Instead of reworking the story, most of the artists parsed its title and extracted its separate parts, especially Night and Dreams, to guide their works. Abstract painter Rudy Nadler, for instance, turned in two paintings hinting at the night sky, "Atmosphere to Action #1" and "#2." Painted in oils and mixed media on panel, these delicious little works in umber and gray suggest clouds moving across a dark infinity. Nadler energetically attacked the surfaces, spattering them with drops of white paint and creating deep crevices with thick brushstrokes.
Aimee Baker made a quirky papercut, whose title, "Mole Under Star Mountain," exactly describes the scene. A mole burrows under a steep mountaintop, while stars twinkle in the black sky above. Set in an oval, adorned with paper moons waxing and waning, the unusual piece is exceptionally well crafted. Another nice nighttime piece is Tabitha Adams' "Into the Night Sky/Search," an oil on linen of a woman in a black veil scanning a twilight sky that's deepening from turquoise to teal.
The dream theme reeled in more artists than any other. Encaustic artist Mauricio Toussaint made male and female dream scenes, "Sueño S-3" and "Sueña S-6." The two long, narrow panels--pink for girls, blue for boys--hang vertically side by side, each with an image of a bed planted in the boughs of a tall, skinny tree.
Beata Wehr's "Dream" is a tiny, square mixed-media piece that assembles the parts of an elusive dream like pieces of a jigsaw puzzle. Strips of paper printed with French words ("Your opinion interests us," says one) form a cityscape beneath a sky whitewashed over newspaper. A length of red string tumbles across this space like a tumbleweed.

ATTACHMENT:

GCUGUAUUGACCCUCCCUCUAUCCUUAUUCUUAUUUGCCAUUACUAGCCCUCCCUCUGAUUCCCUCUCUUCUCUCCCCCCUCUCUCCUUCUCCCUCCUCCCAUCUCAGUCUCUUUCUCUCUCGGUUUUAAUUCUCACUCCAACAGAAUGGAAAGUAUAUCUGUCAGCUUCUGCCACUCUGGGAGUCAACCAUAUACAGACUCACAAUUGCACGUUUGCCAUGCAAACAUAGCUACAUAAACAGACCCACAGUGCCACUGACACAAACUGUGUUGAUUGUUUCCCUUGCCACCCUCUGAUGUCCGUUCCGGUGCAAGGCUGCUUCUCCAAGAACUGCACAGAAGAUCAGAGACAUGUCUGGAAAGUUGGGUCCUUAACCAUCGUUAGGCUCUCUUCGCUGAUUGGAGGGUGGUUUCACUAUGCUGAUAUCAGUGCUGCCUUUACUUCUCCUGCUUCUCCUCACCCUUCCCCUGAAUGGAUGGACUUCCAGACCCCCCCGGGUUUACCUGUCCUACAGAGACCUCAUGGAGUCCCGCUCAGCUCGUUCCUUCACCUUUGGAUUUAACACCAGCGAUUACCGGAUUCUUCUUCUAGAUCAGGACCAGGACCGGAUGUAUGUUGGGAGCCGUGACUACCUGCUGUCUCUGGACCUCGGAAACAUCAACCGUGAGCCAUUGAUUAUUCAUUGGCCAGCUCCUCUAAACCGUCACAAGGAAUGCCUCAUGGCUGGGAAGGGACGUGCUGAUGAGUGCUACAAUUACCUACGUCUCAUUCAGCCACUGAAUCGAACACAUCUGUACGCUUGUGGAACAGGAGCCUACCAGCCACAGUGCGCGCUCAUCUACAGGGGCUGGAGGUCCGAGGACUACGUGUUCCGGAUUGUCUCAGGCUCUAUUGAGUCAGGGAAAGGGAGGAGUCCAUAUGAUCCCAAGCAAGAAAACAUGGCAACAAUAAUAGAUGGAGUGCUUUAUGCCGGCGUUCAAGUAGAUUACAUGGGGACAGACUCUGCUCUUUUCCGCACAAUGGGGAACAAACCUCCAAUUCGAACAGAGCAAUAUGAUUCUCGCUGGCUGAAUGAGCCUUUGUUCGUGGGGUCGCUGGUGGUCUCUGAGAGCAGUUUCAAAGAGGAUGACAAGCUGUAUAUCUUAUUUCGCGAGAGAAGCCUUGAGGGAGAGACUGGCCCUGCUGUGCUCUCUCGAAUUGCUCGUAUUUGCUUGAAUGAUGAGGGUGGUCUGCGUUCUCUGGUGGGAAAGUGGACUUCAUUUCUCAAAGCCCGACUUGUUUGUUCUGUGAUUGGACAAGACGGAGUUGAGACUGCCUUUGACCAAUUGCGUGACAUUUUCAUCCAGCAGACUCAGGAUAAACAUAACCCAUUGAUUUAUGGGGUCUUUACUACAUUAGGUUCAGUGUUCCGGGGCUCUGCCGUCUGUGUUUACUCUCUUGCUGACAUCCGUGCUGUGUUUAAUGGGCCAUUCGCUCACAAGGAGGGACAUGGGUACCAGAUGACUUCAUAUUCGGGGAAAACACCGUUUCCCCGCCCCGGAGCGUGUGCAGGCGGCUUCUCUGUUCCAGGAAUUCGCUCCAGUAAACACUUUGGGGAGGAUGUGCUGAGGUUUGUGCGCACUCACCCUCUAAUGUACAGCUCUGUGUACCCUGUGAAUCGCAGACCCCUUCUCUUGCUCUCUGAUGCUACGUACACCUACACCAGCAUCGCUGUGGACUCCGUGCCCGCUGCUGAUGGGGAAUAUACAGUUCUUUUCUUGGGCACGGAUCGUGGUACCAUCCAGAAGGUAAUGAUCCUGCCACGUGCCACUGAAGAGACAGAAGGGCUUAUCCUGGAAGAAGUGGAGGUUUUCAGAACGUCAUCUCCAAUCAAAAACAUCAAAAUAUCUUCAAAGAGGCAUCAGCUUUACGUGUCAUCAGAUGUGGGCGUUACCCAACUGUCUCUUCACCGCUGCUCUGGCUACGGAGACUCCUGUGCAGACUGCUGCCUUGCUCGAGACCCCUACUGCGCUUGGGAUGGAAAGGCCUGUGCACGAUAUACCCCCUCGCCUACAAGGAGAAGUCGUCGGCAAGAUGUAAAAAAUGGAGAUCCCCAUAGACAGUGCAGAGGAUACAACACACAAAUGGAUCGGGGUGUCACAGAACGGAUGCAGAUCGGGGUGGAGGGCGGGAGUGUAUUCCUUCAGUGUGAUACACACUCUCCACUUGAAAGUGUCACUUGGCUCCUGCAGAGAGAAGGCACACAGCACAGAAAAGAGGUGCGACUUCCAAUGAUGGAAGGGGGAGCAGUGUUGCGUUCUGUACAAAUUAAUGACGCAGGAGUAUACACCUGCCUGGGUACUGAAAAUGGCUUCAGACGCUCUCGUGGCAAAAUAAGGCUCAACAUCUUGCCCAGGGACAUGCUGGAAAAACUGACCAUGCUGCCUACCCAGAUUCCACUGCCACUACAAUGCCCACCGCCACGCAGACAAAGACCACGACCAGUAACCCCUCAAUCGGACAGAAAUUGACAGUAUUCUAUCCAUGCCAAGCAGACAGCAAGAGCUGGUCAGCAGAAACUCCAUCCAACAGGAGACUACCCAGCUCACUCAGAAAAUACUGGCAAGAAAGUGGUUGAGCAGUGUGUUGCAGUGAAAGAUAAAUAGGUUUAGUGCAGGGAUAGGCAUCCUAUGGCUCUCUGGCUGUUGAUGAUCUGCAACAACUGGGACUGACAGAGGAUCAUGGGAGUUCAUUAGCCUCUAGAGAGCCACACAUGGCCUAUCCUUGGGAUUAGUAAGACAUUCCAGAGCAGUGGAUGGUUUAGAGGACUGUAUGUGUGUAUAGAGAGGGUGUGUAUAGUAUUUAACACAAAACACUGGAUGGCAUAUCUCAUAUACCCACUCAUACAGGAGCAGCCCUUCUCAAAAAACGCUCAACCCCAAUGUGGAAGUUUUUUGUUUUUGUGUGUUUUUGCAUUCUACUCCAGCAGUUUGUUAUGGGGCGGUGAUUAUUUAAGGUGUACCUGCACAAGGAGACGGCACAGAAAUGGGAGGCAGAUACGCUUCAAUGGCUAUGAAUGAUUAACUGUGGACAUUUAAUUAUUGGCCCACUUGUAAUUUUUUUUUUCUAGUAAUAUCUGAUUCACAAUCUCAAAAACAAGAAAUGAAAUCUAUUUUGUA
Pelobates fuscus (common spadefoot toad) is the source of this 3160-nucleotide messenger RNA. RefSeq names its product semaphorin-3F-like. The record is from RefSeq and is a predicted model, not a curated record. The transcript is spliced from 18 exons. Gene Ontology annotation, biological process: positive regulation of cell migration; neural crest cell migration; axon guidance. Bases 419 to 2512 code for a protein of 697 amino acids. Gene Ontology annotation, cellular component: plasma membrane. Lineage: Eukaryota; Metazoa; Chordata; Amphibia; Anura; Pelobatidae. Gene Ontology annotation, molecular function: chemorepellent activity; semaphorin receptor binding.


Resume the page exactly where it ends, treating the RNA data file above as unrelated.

Karl Vidstrand, better known as a cartoonist, turned the dream into a nightmare. "Midsummer Night's Dream--The Nightmare" takes on the Shakespearean tragedy of our current war in Iraq, and everything else that's gone wrong in the last few deadly years. His elaborate cutout drawing, crafted of found materials, is hung over a gallery window. The light filtering inside--light into darkness--makes the images visible.
The pretext for the war, the attack on the Twin Towers in New York, is pictured dead-center. Doomed people jump headfirst to their deaths. Elsewhere, derricks spout oil above American homes trapped in a frenzy of consumption, desperate for Middle Eastern oil. A "Mall at the Prison" is a big store with a sign advertising "Internment Day," an allusion to the Bush administration practice of jailing alleged enemy combatants without trial. And all around are U.S. tanks and American GIs pointing rifles at terrified Iraqi civilians.
The dark piece is at odds with the lightness of A Midsummer Night's Dream, but it resonates with the black themes in plays like Macbeth or Henry IV. Inspired by Vidstrand's apocalyptic vision, one can imagine Shakespeare recasting Bush as an inept prince--a Hal who never turns serious, a Hamlet without introspection--who stumbles into a bloody war that he can neither understand nor end.